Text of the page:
We need practice because without it we add to the trauma of the diagnosis instead of mitigating it. It’s true that part of the theology of Tisha B’Av is essentially victim-blaming, explaining the calamity as a punishment for our sins. Yet anyone who has attended a Tisha B’Av service will note that we only do that with the most ancient of the calamities, the destruction of the two Temples 2,000 and 2,600 years ago. The more recent tragedies of the Crusades, the expulsion from Spain, and the Shoah are remembered only as that, tragedies, and their victims as martyrs and innocents. 

It’s an example of a lesson medical professionals need. Our patients may, indeed, have contributed to their illnesses, through casual sex, smoking cigarettes, or refusing to get vaccinated. But the moment of diagnosis is not the time to chastise or rebuke. With the distance of time, they may be able to learn and make constructive change. But as the tradition teaches, we cannot comfort the mourner when his dead still lies before him. Or, as the more contemporary saying goes, “Too soon?” 

We also need practice because without it we rush to ignore the trauma of the diagnosis and try to mitigate it even before we’ve finished our sentence. Without even a breath, we move from a life-threatening diagnosis to rattling off the potential treatments and examples of miracles we have personally witnessed. As I wrote in last year’s Tisha B’Av post, “Sit With It,” there is comfort in the Tisha B’Av liturgy and ritual, but only after we have dwelt in the grief. Only on the following Shabbat do we get to read from Isaiah chapter 40, “Comfort, comfort, my people.”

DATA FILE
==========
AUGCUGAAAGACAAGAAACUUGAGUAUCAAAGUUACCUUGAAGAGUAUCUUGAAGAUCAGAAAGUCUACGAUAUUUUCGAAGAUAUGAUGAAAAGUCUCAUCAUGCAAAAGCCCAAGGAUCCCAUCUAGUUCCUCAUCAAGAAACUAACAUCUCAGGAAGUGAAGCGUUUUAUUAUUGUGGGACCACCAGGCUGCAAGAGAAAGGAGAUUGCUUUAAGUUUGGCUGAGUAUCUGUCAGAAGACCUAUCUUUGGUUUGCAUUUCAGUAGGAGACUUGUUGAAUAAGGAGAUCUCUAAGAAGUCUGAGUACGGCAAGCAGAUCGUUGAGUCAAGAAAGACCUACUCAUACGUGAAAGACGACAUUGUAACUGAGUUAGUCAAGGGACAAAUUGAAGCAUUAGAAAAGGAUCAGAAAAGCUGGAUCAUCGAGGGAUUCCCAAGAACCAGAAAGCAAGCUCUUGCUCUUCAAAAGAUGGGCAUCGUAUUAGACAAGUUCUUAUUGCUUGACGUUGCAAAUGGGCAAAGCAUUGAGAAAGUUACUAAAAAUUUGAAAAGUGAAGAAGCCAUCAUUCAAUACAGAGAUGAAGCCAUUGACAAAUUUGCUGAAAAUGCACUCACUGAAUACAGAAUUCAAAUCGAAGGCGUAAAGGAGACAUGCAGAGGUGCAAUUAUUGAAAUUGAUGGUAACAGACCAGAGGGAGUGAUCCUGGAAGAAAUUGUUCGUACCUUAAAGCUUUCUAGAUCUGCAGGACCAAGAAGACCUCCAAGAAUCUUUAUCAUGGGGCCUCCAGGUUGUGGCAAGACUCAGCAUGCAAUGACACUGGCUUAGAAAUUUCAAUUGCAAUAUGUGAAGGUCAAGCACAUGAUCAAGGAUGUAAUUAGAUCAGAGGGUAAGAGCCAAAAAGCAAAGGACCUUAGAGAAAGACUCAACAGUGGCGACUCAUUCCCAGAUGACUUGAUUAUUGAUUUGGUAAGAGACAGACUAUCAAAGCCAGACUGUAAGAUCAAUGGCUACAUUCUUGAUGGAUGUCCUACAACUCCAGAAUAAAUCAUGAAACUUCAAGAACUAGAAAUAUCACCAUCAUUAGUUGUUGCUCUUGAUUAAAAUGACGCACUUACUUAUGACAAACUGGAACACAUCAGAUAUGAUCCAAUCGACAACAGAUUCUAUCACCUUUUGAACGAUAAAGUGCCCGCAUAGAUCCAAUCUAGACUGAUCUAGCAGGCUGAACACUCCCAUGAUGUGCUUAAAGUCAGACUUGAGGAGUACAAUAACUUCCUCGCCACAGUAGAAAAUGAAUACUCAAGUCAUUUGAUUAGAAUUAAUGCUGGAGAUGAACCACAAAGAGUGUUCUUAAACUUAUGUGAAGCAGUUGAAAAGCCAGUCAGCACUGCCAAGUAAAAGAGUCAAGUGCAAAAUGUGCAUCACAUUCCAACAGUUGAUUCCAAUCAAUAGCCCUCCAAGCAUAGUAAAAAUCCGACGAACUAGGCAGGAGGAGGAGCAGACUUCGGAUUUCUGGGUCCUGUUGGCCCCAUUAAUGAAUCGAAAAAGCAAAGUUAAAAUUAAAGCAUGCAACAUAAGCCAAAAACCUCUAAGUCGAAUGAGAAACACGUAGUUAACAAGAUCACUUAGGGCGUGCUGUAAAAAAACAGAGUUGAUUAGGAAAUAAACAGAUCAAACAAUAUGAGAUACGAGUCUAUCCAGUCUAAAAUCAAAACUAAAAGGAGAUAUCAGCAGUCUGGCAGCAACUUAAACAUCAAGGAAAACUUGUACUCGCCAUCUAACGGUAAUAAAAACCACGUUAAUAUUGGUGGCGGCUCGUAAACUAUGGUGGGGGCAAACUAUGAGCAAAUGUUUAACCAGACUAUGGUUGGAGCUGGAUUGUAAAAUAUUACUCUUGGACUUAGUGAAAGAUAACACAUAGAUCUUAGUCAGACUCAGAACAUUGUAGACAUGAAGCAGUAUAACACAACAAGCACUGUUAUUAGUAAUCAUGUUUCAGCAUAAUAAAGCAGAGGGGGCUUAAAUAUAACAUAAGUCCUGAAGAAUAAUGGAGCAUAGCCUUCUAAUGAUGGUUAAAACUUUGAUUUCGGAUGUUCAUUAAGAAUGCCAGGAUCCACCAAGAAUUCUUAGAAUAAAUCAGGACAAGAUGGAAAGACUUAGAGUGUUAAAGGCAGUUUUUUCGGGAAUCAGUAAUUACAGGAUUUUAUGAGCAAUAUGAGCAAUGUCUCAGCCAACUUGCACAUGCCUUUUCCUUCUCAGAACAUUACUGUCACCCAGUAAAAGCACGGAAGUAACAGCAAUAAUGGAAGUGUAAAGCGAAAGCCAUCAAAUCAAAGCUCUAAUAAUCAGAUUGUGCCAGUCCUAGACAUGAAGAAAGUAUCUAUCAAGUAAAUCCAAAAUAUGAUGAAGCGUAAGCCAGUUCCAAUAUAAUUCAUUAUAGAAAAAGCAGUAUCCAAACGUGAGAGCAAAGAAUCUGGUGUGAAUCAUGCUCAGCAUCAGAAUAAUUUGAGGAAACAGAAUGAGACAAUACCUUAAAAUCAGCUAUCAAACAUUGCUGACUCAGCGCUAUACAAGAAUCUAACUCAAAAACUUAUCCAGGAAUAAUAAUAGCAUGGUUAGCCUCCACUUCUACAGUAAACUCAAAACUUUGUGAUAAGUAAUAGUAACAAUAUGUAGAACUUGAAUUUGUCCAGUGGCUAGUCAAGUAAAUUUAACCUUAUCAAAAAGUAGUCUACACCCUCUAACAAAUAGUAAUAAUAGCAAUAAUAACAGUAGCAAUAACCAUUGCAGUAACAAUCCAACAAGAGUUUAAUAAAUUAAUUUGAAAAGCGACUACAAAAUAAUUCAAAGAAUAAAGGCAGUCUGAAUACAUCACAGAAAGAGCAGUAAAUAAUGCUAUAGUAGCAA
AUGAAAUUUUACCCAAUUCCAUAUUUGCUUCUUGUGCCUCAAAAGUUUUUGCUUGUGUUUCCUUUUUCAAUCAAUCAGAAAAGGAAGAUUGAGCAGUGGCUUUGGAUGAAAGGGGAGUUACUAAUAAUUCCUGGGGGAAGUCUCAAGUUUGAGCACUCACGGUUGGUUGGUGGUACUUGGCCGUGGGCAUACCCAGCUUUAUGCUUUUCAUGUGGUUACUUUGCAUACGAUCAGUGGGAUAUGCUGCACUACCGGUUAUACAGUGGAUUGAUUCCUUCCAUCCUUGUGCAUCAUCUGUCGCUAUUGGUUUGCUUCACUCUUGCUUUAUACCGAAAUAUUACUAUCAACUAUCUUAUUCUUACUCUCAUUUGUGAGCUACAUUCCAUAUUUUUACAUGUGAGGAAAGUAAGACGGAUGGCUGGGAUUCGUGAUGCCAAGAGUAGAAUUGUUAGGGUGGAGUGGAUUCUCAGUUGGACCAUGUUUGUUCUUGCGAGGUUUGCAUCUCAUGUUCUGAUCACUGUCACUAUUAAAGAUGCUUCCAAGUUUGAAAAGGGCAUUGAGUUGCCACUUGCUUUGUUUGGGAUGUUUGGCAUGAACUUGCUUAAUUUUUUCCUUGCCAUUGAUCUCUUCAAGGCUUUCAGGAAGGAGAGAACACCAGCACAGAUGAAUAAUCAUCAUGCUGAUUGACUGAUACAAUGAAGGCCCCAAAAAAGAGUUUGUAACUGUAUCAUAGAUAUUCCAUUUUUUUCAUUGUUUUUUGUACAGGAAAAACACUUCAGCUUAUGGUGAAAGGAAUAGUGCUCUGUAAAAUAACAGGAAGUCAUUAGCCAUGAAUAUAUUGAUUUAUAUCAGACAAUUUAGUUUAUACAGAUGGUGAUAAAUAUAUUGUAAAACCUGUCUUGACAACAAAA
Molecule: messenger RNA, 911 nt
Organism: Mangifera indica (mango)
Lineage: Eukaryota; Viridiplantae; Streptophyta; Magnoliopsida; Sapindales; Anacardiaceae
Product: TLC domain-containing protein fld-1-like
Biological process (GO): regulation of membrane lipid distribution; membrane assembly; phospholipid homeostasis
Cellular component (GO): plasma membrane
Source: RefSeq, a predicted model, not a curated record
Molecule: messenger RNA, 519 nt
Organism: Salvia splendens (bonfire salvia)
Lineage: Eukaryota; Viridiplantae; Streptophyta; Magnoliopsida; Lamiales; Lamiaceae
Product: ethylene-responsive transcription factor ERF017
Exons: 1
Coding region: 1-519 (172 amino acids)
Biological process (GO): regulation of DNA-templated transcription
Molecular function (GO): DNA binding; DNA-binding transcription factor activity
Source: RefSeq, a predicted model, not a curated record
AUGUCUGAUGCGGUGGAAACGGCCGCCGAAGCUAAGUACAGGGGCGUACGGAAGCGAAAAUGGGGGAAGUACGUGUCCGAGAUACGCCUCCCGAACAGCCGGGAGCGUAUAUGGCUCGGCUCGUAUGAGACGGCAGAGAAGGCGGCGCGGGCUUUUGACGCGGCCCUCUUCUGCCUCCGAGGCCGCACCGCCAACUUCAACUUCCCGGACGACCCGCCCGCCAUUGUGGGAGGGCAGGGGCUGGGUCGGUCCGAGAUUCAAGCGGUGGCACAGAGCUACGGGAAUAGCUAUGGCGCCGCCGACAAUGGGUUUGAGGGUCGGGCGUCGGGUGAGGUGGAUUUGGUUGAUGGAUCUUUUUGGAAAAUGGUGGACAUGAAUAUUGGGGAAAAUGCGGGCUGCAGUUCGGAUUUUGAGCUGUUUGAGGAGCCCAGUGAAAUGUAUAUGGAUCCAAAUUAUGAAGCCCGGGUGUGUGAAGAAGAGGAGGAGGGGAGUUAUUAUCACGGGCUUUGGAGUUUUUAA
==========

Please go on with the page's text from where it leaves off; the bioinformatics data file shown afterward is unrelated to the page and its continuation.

We will never be totally prepared. But something needs to change about how woefully unprepared we are, not just for the reckoning, but for these disastrous moments that expose our vulnerability. We need to practice. We need to prepare. We need to remember that there are words, and it is our sacred obligation to know those words and how and when to use them. 

About the Author
Jonathan Weinkle MD, FAAP, FACP is a primary care-physician in a community health center in Pittsburgh. He is not a rabbi, though he has often been accused of being one. He is an amateur singer-songwriter, teaches at both Chatham University and the University of Pittsburgh, and is the author of the book Healing People, Not Patients. For a complete archive of his writings, plus media, event listings, and even source sheets for further learning, visit